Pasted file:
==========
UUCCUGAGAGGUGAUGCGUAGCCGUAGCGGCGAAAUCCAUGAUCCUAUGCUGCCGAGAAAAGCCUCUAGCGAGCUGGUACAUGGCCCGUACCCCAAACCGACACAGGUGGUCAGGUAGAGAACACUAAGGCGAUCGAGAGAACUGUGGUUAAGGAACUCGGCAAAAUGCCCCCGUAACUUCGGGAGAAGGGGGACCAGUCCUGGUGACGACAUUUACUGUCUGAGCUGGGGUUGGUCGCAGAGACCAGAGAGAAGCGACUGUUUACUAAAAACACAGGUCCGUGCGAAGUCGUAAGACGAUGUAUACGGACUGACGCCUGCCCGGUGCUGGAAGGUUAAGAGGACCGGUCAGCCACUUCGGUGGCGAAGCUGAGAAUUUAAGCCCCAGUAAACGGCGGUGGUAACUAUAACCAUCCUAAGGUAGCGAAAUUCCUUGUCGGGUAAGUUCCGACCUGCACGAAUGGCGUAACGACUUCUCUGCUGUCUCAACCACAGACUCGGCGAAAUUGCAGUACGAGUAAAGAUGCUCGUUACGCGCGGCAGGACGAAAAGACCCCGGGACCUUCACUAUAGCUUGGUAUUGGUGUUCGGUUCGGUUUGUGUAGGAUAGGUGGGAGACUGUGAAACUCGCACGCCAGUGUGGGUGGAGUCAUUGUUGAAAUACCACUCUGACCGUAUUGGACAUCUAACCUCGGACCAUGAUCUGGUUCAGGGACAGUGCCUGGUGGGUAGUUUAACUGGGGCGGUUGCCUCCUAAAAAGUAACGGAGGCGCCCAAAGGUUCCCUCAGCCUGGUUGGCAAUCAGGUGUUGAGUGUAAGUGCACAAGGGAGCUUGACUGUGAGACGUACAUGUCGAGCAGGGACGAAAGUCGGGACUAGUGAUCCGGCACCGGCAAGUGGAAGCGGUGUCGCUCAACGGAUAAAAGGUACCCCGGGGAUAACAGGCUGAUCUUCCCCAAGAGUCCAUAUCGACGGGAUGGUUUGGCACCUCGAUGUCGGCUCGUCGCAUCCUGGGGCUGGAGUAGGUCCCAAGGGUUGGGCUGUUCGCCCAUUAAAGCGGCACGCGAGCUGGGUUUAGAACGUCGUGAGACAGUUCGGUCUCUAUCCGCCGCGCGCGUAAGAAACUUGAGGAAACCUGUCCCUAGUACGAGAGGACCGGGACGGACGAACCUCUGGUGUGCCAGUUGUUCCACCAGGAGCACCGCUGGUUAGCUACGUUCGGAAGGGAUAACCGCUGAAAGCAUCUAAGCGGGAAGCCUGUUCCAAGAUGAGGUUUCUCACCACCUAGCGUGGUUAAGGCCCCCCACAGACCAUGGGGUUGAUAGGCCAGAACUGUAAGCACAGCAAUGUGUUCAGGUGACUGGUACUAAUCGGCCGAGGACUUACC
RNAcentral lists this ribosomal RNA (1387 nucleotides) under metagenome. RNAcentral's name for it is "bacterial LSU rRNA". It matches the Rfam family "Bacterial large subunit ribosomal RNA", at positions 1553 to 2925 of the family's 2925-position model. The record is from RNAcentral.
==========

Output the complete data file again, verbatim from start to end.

UUCCUGAGAGGUGAUGCGUAGCCGUAGCGGCGAAAUCCAUGAUCCUAUGCUGCCGAGAAAAGCCUCUAGCGAGCUGGUACAUGGCCCGUACCCCAAACCGACACAGGUGGUCAGGUAGAGAACACUAAGGCGAUCGAGAGAACUGUGGUUAAGGAACUCGGCAAAAUGCCCCCGUAACUUCGGGAGAAGGGGGACCAGUCCUGGUGACGACAUUUACUGUCUGAGCUGGGGUUGGUCGCAGAGACCAGAGAGAAGCGACUGUUUACUAAAAACACAGGUCCGUGCGAAGUCGUAAGACGAUGUAUACGGACUGACGCCUGCCCGGUGCUGGAAGGUUAAGAGGACCGGUCAGCCACUUCGGUGGCGAAGCUGAGAAUUUAAGCCCCAGUAAACGGCGGUGGUAACUAUAACCAUCCUAAGGUAGCGAAAUUCCUUGUCGGGUAAGUUCCGACCUGCACGAAUGGCGUAACGACUUCUCUGCUGUCUCAACCACAGACUCGGCGAAAUUGCAGUACGAGUAAAGAUGCUCGUUACGCGCGGCAGGACGAAAAGACCCCGGGACCUUCACUAUAGCUUGGUAUUGGUGUUCGGUUCGGUUUGUGUAGGAUAGGUGGGAGACUGUGAAACUCGCACGCCAGUGUGGGUGGAGUCAUUGUUGAAAUACCACUCUGACCGUAUUGGACAUCUAACCUCGGACCAUGAUCUGGUUCAGGGACAGUGCCUGGUGGGUAGUUUAACUGGGGCGGUUGCCUCCUAAAAAGUAACGGAGGCGCCCAAAGGUUCCCUCAGCCUGGUUGGCAAUCAGGUGUUGAGUGUAAGUGCACAAGGGAGCUUGACUGUGAGACGUACAUGUCGAGCAGGGACGAAAGUCGGGACUAGUGAUCCGGCACCGGCAAGUGGAAGCGGUGUCGCUCAACGGAUAAAAGGUACCCCGGGGAUAACAGGCUGAUCUUCCCCAAGAGUCCAUAUCGACGGGAUGGUUUGGCACCUCGAUGUCGGCUCGUCGCAUCCUGGGGCUGGAGUAGGUCCCAAGGGUUGGGCUGUUCGCCCAUUAAAGCGGCACGCGAGCUGGGUUUAGAACGUCGUGAGACAGUUCGGUCUCUAUCCGCCGCGCGCGUAAGAAACUUGAGGAAACCUGUCCCUAGUACGAGAGGACCGGGACGGACGAACCUCUGGUGUGCCAGUUGUUCCACCAGGAGCACCGCUGGUUAGCUACGUUCGGAAGGGAUAACCGCUGAAAGCAUCUAAGCGGGAAGCCUGUUCCAAGAUGAGGUUUCUCACCACCUAGCGUGGUUAAGGCCCCCCACAGACCAUGGGGUUGAUAGGCCAGAACUGUAAGCACAGCAAUGUGUUCAGGUGACUGGUACUAAUCGGCCGAGGACUUACC
RNAcentral lists this ribosomal RNA (1387 nucleotides) under metagenome. RNAcentral's name for it is "bacterial LSU rRNA". It matches the Rfam family "Bacterial large subunit ribosomal RNA", at positions 1553 to 2925 of the family's 2925-position model. The record is from RNAcentral.